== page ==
The purpose of Core B is to provide critical support for molecular/cellular analyses, ceil and vector banking, and generation of animal-product-free reagents fbr research needs performed under the three Projects and Core C. The specific service aims of Core B are:
Aim 1 : To provide cellular analysis of iPS and other cell lines. Core B will be responsible for providing expertise, assistance and coordination of immunohistochemical staining for expression antigens in iPS and differentiated cell lines, and for analysis of karyotype.
Aim 2 : To provide molecular analysis of iPS and other cell lines. Core B will provide molecular analyses of cell lines to validate their status as IPS, primary, or differentiated cell lines. This will include gene expression profiles, promoter methylation, and microRNA analyses. The core will be responsible for confirming B-globin genotype for mutant and corrected cell lines and microsatellite fingerprint profiles. One goal is to define a molecular expression profile or signature to monitor and validate in vitro differentiation of IPS to hematopoietic precursor cells competent to repopulate bone marrow in vivo.
Aim 3 : To provide cell and vector banking and evaluate cells for eventual therapeutic development. In anticipation that materials produced may be transitioned to the clinic, we will establish a centralized location and database to document and maintain key ceil lines, vectors, reagents, and other ancillary materials. This will be done in conjunction with Core A.
Aim 4 : To engineer a human cell line to replace mouse 0P9 stromal cells used for differentiation of IPS cells into hematopoietic cell lines. One of the most effective methods used to date has employed co-culture of IPS and hES cells with the mouse stromal 0P9 cell line. Since exposure to animal derived products might introduce pathogens with potential adverse safety consequences for patients, development of a human stromal cell line to replace 0P9 will be one component of creating animal-product free processes for generating gene-corrected HSCs.
Aim 5 : To perform routine reprogramming of primary cell lines into IPS ceil lines for use in early stage research for projects 2 and 3. Somatic cells will be reprogrammed to IPS cells for the gene connection (Project 2) and HCS differentiation (Project 3) studies will initially be performed using retroviral vectors carrying 4 reprogramming genes (0CT4, S0X2, KLF4, and cMYC). As new reprogramming technologies are developed in Project 1 they will be applied for the generation of IPS cells.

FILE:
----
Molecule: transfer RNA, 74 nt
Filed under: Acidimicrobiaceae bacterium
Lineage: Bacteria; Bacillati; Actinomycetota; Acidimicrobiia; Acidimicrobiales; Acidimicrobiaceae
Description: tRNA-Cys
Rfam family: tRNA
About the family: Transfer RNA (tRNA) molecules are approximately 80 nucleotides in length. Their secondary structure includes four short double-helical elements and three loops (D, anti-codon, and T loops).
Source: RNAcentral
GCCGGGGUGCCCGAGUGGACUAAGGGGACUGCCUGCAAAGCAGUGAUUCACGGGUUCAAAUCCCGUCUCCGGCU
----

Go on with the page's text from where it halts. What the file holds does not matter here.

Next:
Public Health Relevance

This core provides services critical to accomplishing the research goals of the overall program project that aims to develop new methods of treating hemoglobinopathies sickle cell anemia and beta-thalassemia using genetically corrected patient cells to generate hematopoietic stem cells for autologous transplantation, improving these therapies would significantly improve the quality of life among afflicted individuals and decrease the social and economic Burden that they impose on individuals and the healthcare system.

Agency
National Institute of Health (NIH)
Institute
National Institute of Diabetes and Digestive and Kidney Diseases (NIDDK)
Type
Research Program Projects (P01)
Project #
5P01DK088760-02
Application #
8381528
Study Section
Special Emphasis Panel (ZDK1-GRB-6)
Project Start
Project End
Budget Start
2012-08-01
Budget End
2013-07-31
Support Year
2
Fiscal Year
2012
Total Cost
$177,526
Indirect Cost
$62,667
Name
University of California San Francisco
Department
Type
DUNS #
094878337
City
San Francisco
State
CA
Country
United States
Zip Code
94143
Muench, Marcus O; Kapidzic, Mirhan; Gormley, Matthew et al. (2017) The human chorion contains definitive hematopoietic stem cells from the fifteenth week of gestation. Development 144:1399-1411
Beyer, Ashley I; Muench, Marcus O (2017) Comparison of Human Hematopoietic Reconstitution in Different Strains of Immunodeficient Mice. Stem Cells Dev 26:102-112
Fomin, Marina E; Beyer, Ashley I; Publicover, Jean et al. (2017) Higher Serum Alanine Transaminase Levels in Male Urokinase-Type Plasminogen Activator-Transgenic Mice Are Associated With Improved Engraftment of Hepatocytes but not Liver Sinusoidal Endothelial Cells. Cell Med 9:117-125
Togarrati, Padma Priya; Sasaki, Robson T; Abdel-Mohsen, Mohamed et al. (2017) Identification and characterization of a rich population of CD34+ mesenchymal stem/stromal cells in human parotid, sublingual and submandibular glands. Sci Rep 7:3484
Fomin, Marina E; Beyer, Ashley I; Muench, Marcus O (2017) Human fetal liver cultures support multiple cell lineages that can engraft immunodeficient mice. Open Biol 7:
Ye, Lin; Wang, Jiaming; Tan, Yuting et al. (2016) Genome editing using CRISPR-Cas9 to create the HPFH genotype in HSPCs: An approach for treating sickle cell disease and ?-thalassemia. Proc Natl Acad Sci U S A 113:10661-5
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Wiemels, J L; de Smith, A J; Xiao, J et al. (2016) A functional polymorphism in the CEBPE gene promoter influences acute lymphoblastic leukemia risk through interaction with the hematopoietic transcription factor Ikaros. Leukemia 30:1194-7
Baimukanova, Gyulnar; Miyazawa, Byron; Potter, Daniel R et al. (2016) Platelets regulate vascular endothelial stability: assessing the storage lesion and donor variability of apheresis platelets. Transfusion 56 Suppl 1:S65-75
Xie, Fei; Gong, Kerui; Li, Ke et al. (2016) Reversible Immortalization Enables Seamless Transdifferentiation of Primary Fibroblasts into Other Lineage Cells. Stem Cells Dev 25:1243-8

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